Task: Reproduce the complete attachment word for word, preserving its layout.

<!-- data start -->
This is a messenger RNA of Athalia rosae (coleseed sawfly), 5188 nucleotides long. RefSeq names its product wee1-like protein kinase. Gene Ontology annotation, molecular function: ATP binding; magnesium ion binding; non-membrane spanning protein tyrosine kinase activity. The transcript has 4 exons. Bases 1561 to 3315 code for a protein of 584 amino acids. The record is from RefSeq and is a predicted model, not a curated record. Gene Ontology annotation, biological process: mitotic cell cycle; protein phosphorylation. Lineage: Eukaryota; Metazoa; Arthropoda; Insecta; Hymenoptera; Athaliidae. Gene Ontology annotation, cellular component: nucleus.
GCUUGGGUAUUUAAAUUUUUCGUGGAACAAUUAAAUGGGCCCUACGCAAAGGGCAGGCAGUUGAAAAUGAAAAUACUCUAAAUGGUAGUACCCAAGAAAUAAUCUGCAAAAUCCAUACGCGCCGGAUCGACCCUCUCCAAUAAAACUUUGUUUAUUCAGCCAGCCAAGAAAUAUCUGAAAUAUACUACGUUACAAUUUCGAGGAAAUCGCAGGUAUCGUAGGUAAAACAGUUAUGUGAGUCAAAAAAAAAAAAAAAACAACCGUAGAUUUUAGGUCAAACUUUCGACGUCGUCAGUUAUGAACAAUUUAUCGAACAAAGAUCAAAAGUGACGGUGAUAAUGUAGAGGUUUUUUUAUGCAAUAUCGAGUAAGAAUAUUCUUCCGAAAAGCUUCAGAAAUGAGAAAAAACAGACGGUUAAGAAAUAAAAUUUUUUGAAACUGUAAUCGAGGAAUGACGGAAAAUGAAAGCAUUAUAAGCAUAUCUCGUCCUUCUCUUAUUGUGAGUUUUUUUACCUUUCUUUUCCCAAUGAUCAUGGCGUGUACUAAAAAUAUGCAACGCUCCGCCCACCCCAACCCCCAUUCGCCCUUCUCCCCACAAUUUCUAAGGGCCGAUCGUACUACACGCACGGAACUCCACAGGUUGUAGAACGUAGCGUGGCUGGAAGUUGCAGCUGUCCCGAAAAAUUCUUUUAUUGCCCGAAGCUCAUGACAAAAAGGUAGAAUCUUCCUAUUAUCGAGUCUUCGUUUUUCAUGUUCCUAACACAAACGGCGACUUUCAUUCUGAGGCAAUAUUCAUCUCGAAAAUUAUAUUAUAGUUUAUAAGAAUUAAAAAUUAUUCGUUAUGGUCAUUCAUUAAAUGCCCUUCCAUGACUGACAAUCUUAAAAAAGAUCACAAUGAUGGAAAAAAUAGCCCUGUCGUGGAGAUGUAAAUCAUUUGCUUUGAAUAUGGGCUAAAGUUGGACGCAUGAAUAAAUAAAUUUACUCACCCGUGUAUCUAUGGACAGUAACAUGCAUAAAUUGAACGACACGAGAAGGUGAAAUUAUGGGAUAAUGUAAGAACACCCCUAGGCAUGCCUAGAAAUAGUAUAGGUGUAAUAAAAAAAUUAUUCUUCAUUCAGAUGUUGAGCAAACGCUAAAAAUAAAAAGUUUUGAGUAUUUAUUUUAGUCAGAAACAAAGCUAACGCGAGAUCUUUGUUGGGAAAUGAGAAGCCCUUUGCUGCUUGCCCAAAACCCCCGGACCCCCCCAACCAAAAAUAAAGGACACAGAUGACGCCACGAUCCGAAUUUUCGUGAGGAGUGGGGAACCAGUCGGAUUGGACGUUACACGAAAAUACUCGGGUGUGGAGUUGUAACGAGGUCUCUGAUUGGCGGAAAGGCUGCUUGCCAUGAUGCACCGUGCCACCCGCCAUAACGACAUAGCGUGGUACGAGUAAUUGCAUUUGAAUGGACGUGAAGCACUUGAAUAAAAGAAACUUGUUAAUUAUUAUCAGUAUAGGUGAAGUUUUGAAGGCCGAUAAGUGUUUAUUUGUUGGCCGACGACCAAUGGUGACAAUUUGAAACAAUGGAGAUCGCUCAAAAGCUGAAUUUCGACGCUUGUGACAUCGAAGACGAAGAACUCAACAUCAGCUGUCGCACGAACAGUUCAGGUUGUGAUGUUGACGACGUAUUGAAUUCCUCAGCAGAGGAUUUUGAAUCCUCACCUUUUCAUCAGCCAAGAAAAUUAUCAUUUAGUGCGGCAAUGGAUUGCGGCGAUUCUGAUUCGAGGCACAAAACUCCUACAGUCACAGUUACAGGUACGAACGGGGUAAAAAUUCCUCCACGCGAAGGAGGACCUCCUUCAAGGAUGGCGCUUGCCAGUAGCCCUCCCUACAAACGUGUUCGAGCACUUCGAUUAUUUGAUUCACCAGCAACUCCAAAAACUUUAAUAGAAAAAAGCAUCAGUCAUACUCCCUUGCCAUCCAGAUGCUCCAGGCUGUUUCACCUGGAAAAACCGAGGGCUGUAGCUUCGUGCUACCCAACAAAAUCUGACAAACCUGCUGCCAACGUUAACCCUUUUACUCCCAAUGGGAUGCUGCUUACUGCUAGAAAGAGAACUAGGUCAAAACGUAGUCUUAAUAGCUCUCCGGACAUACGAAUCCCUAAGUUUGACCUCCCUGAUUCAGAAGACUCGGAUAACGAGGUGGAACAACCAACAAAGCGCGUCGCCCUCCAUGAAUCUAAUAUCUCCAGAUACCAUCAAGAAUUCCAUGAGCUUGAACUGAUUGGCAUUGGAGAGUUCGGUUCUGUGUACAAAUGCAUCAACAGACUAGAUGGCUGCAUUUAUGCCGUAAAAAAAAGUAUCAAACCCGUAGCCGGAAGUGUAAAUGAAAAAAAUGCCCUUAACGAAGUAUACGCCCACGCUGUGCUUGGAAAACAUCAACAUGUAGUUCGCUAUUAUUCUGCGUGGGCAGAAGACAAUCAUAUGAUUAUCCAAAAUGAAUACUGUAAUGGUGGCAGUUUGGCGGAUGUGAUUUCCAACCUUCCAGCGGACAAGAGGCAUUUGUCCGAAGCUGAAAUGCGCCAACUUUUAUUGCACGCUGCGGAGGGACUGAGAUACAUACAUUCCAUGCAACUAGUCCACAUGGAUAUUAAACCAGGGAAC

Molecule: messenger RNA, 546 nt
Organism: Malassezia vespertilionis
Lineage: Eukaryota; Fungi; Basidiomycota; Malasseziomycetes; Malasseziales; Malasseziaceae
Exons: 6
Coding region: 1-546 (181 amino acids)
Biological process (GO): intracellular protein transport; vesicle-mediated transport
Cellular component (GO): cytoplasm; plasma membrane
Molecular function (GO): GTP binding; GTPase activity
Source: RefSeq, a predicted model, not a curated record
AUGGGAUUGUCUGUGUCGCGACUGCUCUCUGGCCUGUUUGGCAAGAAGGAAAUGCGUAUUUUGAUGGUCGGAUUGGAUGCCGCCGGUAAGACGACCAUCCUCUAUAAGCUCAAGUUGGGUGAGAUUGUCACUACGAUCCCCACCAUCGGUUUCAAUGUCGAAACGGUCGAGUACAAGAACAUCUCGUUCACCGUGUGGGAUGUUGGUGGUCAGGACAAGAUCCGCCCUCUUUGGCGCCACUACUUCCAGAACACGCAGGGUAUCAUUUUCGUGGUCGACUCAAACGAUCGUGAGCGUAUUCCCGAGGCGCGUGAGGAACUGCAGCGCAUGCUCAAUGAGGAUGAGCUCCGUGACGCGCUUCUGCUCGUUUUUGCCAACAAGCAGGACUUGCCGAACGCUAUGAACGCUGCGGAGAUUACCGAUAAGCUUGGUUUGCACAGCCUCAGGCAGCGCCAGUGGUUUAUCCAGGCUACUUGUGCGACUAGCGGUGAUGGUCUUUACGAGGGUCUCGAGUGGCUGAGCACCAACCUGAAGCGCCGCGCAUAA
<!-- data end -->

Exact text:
This is a messenger RNA of Athalia rosae (coleseed sawfly), 5188 nucleotides long. RefSeq names its product wee1-like protein kinase. Gene Ontology annotation, molecular function: ATP binding; magnesium ion binding; non-membrane spanning protein tyrosine kinase activity. The transcript has 4 exons. Bases 1561 to 3315 code for a protein of 584 amino acids. The record is from RefSeq and is a predicted model, not a curated record. Gene Ontology annotation, biological process: mitotic cell cycle; protein phosphorylation. Lineage: Eukaryota; Metazoa; Arthropoda; Insecta; Hymenoptera; Athaliidae. Gene Ontology annotation, cellular component: nucleus.
GCUUGGGUAUUUAAAUUUUUCGUGGAACAAUUAAAUGGGCCCUACGCAAAGGGCAGGCAGUUGAAAAUGAAAAUACUCUAAAUGGUAGUACCCAAGAAAUAAUCUGCAAAAUCCAUACGCGCCGGAUCGACCCUCUCCAAUAAAACUUUGUUUAUUCAGCCAGCCAAGAAAUAUCUGAAAUAUACUACGUUACAAUUUCGAGGAAAUCGCAGGUAUCGUAGGUAAAACAGUUAUGUGAGUCAAAAAAAAAAAAAAAACAACCGUAGAUUUUAGGUCAAACUUUCGACGUCGUCAGUUAUGAACAAUUUAUCGAACAAAGAUCAAAAGUGACGGUGAUAAUGUAGAGGUUUUUUUAUGCAAUAUCGAGUAAGAAUAUUCUUCCGAAAAGCUUCAGAAAUGAGAAAAAACAGACGGUUAAGAAAUAAAAUUUUUUGAAACUGUAAUCGAGGAAUGACGGAAAAUGAAAGCAUUAUAAGCAUAUCUCGUCCUUCUCUUAUUGUGAGUUUUUUUACCUUUCUUUUCCCAAUGAUCAUGGCGUGUACUAAAAAUAUGCAACGCUCCGCCCACCCCAACCCCCAUUCGCCCUUCUCCCCACAAUUUCUAAGGGCCGAUCGUACUACACGCACGGAACUCCACAGGUUGUAGAACGUAGCGUGGCUGGAAGUUGCAGCUGUCCCGAAAAAUUCUUUUAUUGCCCGAAGCUCAUGACAAAAAGGUAGAAUCUUCCUAUUAUCGAGUCUUCGUUUUUCAUGUUCCUAACACAAACGGCGACUUUCAUUCUGAGGCAAUAUUCAUCUCGAAAAUUAUAUUAUAGUUUAUAAGAAUUAAAAAUUAUUCGUUAUGGUCAUUCAUUAAAUGCCCUUCCAUGACUGACAAUCUUAAAAAAGAUCACAAUGAUGGAAAAAAUAGCCCUGUCGUGGAGAUGUAAAUCAUUUGCUUUGAAUAUGGGCUAAAGUUGGACGCAUGAAUAAAUAAAUUUACUCACCCGUGUAUCUAUGGACAGUAACAUGCAUAAAUUGAACGACACGAGAAGGUGAAAUUAUGGGAUAAUGUAAGAACACCCCUAGGCAUGCCUAGAAAUAGUAUAGGUGUAAUAAAAAAAUUAUUCUUCAUUCAGAUGUUGAGCAAACGCUAAAAAUAAAAAGUUUUGAGUAUUUAUUUUAGUCAGAAACAAAGCUAACGCGAGAUCUUUGUUGGGAAAUGAGAAGCCCUUUGCUGCUUGCCCAAAACCCCCGGACCCCCCCAACCAAAAAUAAAGGACACAGAUGACGCCACGAUCCGAAUUUUCGUGAGGAGUGGGGAACCAGUCGGAUUGGACGUUACACGAAAAUACUCGGGUGUGGAGUUGUAACGAGGUCUCUGAUUGGCGGAAAGGCUGCUUGCCAUGAUGCACCGUGCCACCCGCCAUAACGACAUAGCGUGGUACGAGUAAUUGCAUUUGAAUGGACGUGAAGCACUUGAAUAAAAGAAACUUGUUAAUUAUUAUCAGUAUAGGUGAAGUUUUGAAGGCCGAUAAGUGUUUAUUUGUUGGCCGACGACCAAUGGUGACAAUUUGAAACAAUGGAGAUCGCUCAAAAGCUGAAUUUCGACGCUUGUGACAUCGAAGACGAAGAACUCAACAUCAGCUGUCGCACGAACAGUUCAGGUUGUGAUGUUGACGACGUAUUGAAUUCCUCAGCAGAGGAUUUUGAAUCCUCACCUUUUCAUCAGCCAAGAAAAUUAUCAUUUAGUGCGGCAAUGGAUUGCGGCGAUUCUGAUUCGAGGCACAAAACUCCUACAGUCACAGUUACAGGUACGAACGGGGUAAAAAUUCCUCCACGCGAAGGAGGACCUCCUUCAAGGAUGGCGCUUGCCAGUAGCCCUCCCUACAAACGUGUUCGAGCACUUCGAUUAUUUGAUUCACCAGCAACUCCAAAAACUUUAAUAGAAAAAAGCAUCAGUCAUACUCCCUUGCCAUCCAGAUGCUCCAGGCUGUUUCACCUGGAAAAACCGAGGGCUGUAGCUUCGUGCUACCCAACAAAAUCUGACAAACCUGCUGCCAACGUUAACCCUUUUACUCCCAAUGGGAUGCUGCUUACUGCUAGAAAGAGAACUAGGUCAAAACGUAGUCUUAAUAGCUCUCCGGACAUACGAAUCCCUAAGUUUGACCUCCCUGAUUCAGAAGACUCGGAUAACGAGGUGGAACAACCAACAAAGCGCGUCGCCCUCCAUGAAUCUAAUAUCUCCAGAUACCAUCAAGAAUUCCAUGAGCUUGAACUGAUUGGCAUUGGAGAGUUCGGUUCUGUGUACAAAUGCAUCAACAGACUAGAUGGCUGCAUUUAUGCCGUAAAAAAAAGUAUCAAACCCGUAGCCGGAAGUGUAAAUGAAAAAAAUGCCCUUAACGAAGUAUACGCCCACGCUGUGCUUGGAAAACAUCAACAUGUAGUUCGCUAUUAUUCUGCGUGGGCAGAAGACAAUCAUAUGAUUAUCCAAAAUGAAUACUGUAAUGGUGGCAGUUUGGCGGAUGUGAUUUCCAACCUUCCAGCGGACAAGAGGCAUUUGUCCGAAGCUGAAAUGCGCCAACUUUUAUUGCACGCUGCGGAGGGACUGAGAUACAUACAUUCCAUGCAACUAGUCCACAUGGAUAUUAAACCAGGGAAC

Molecule: messenger RNA, 546 nt
Organism: Malassezia vespertilionis
Lineage: Eukaryota; Fungi; Basidiomycota; Malasseziomycetes; Malasseziales; Malasseziaceae
Exons: 6
Coding region: 1-546 (181 amino acids)
Biological process (GO): intracellular protein transport; vesicle-mediated transport
Cellular component (GO): cytoplasm; plasma membrane
Molecular function (GO): GTP binding; GTPase activity
Source: RefSeq, a predicted model, not a curated record
AUGGGAUUGUCUGUGUCGCGACUGCUCUCUGGCCUGUUUGGCAAGAAGGAAAUGCGUAUUUUGAUGGUCGGAUUGGAUGCCGCCGGUAAGACGACCAUCCUCUAUAAGCUCAAGUUGGGUGAGAUUGUCACUACGAUCCCCACCAUCGGUUUCAAUGUCGAAACGGUCGAGUACAAGAACAUCUCGUUCACCGUGUGGGAUGUUGGUGGUCAGGACAAGAUCCGCCCUCUUUGGCGCCACUACUUCCAGAACACGCAGGGUAUCAUUUUCGUGGUCGACUCAAACGAUCGUGAGCGUAUUCCCGAGGCGCGUGAGGAACUGCAGCGCAUGCUCAAUGAGGAUGAGCUCCGUGACGCGCUUCUGCUCGUUUUUGCCAACAAGCAGGACUUGCCGAACGCUAUGAACGCUGCGGAGAUUACCGAUAAGCUUGGUUUGCACAGCCUCAGGCAGCGCCAGUGGUUUAUCCAGGCUACUUGUGCGACUAGCGGUGAUGGUCUUUACGAGGGUCUCGAGUGGCUGAGCACCAACCUGAAGCGCCGCGCAUAA